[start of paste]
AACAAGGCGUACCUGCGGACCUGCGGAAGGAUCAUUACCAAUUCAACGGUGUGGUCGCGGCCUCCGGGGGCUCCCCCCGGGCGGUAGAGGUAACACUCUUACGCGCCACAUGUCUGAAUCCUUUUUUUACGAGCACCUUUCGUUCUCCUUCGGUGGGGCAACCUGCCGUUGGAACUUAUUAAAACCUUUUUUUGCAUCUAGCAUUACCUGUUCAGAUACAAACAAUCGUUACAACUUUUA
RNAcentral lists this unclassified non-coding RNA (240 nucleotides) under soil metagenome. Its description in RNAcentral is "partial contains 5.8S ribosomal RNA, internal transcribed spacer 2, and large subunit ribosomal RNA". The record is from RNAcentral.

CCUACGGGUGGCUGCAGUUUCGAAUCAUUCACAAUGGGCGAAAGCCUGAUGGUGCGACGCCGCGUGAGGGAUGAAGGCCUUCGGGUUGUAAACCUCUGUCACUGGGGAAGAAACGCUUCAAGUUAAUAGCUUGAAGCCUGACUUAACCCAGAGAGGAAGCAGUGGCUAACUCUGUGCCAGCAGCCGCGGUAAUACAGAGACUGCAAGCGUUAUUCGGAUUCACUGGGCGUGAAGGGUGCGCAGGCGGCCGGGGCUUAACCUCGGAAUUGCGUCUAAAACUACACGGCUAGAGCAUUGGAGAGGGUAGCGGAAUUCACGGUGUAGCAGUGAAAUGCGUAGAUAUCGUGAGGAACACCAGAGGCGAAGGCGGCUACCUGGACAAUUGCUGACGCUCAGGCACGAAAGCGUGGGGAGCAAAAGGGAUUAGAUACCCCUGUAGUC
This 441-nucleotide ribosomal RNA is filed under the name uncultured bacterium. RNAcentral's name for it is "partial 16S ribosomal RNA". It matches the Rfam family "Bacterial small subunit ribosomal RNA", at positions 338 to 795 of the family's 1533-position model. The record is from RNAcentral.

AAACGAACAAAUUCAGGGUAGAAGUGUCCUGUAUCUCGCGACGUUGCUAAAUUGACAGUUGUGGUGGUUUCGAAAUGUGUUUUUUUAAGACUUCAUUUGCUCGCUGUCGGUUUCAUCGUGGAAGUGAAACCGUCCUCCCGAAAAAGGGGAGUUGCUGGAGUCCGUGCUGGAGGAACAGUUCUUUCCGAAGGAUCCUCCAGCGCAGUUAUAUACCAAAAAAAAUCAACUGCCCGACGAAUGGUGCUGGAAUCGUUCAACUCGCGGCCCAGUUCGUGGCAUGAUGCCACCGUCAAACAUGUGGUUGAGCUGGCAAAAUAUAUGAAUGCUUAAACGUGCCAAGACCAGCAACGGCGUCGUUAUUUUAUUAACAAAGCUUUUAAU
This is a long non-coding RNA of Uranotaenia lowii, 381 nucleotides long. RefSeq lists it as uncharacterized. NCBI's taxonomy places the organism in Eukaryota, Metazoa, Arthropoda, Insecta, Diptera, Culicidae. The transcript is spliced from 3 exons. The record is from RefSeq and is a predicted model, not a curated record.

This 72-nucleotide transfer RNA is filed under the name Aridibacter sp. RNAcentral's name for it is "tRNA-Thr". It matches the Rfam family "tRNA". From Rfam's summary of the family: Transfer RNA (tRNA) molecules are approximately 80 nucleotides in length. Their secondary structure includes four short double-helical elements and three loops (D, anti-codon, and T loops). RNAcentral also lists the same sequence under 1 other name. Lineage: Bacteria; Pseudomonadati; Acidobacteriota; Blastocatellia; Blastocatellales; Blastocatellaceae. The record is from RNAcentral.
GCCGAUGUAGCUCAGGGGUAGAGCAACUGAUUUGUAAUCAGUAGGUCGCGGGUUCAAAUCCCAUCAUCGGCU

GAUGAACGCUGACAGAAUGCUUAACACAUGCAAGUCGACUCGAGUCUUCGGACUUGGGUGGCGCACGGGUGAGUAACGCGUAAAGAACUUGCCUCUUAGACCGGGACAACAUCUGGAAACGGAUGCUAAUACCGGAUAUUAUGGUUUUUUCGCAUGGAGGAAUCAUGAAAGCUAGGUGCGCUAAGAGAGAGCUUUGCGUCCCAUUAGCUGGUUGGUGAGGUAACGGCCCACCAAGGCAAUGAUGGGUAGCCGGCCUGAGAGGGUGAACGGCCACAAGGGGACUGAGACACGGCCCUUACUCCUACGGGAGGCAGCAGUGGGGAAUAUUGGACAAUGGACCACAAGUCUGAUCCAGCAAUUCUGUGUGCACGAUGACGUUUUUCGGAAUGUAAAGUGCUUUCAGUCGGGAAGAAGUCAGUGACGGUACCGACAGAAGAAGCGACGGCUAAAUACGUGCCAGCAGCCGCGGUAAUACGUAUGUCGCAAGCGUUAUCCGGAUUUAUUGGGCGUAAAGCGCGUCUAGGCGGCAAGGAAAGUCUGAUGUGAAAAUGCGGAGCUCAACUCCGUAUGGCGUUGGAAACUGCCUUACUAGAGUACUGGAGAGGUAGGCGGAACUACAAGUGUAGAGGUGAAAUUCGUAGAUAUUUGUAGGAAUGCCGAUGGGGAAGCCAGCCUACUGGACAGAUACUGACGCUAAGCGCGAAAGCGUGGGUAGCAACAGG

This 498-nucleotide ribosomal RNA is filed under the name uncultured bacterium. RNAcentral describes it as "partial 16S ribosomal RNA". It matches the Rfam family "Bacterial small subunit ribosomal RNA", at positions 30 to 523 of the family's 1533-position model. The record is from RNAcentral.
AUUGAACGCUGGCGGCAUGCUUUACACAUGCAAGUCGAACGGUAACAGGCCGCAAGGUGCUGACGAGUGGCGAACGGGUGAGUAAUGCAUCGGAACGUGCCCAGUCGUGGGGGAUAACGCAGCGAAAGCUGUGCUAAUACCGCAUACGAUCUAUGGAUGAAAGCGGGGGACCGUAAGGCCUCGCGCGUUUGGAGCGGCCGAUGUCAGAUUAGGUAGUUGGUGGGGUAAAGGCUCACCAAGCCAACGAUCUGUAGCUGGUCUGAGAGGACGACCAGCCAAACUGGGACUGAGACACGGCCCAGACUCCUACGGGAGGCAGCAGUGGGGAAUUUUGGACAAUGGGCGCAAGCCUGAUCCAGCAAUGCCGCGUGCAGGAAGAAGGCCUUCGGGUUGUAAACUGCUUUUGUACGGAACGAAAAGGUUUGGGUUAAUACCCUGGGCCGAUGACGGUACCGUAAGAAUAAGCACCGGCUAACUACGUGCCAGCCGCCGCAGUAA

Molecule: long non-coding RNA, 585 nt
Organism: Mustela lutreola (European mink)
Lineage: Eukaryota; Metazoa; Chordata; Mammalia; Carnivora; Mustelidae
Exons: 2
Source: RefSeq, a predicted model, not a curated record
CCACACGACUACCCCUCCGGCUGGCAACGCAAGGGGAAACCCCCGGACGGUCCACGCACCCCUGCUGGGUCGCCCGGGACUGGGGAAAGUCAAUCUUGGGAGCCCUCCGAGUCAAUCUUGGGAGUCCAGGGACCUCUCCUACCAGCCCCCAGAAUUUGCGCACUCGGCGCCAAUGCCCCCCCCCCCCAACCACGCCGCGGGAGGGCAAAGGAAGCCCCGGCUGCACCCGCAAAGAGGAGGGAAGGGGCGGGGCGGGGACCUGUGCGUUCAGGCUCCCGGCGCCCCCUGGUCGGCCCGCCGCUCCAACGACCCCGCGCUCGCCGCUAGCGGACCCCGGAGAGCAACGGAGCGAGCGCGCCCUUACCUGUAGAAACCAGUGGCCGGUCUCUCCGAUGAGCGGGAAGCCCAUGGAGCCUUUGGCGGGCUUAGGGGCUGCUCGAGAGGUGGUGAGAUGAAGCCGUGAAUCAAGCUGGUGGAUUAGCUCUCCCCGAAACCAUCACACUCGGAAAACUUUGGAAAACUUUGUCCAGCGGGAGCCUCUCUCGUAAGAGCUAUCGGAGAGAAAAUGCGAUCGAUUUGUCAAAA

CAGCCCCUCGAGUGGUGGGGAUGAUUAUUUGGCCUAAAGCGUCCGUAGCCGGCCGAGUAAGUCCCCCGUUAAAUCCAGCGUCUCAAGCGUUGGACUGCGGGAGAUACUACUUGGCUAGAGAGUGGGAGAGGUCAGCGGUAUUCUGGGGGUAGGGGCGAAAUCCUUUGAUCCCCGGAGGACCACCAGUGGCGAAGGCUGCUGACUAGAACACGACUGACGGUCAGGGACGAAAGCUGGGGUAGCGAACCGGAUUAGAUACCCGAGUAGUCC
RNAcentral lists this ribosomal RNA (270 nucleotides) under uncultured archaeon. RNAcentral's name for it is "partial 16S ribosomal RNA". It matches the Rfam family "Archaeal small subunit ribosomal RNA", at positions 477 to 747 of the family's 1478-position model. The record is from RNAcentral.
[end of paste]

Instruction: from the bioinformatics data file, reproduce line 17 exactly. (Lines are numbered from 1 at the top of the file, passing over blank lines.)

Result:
CCACACGACUACCCCUCCGGCUGGCAACGCAAGGGGAAACCCCCGGACGGUCCACGCACCCCUGCUGGGUCGCCCGGGACUGGGGAAAGUCAAUCUUGGGAGCCCUCCGAGUCAAUCUUGGGAGUCCAGGGACCUCUCCUACCAGCCCCCAGAAUUUGCGCACUCGGCGCCAAUGCCCCCCCCCCCCAACCACGCCGCGGGAGGGCAAAGGAAGCCCCGGCUGCACCCGCAAAGAGGAGGGAAGGGGCGGGGCGGGGACCUGUGCGUUCAGGCUCCCGGCGCCCCCUGGUCGGCCCGCCGCUCCAACGACCCCGCGCUCGCCGCUAGCGGACCCCGGAGAGCAACGGAGCGAGCGCGCCCUUACCUGUAGAAACCAGUGGCCGGUCUCUCCGAUGAGCGGGAAGCCCAUGGAGCCUUUGGCGGGCUUAGGGGCUGCUCGAGAGGUGGUGAGAUGAAGCCGUGAAUCAAGCUGGUGGAUUAGCUCUCCCCGAAACCAUCACACUCGGAAAACUUUGGAAAACUUUGUCCAGCGGGAGCCUCUCUCGUAAGAGCUAUCGGAGAGAAAAUGCGAUCGAUUUGUCAAAA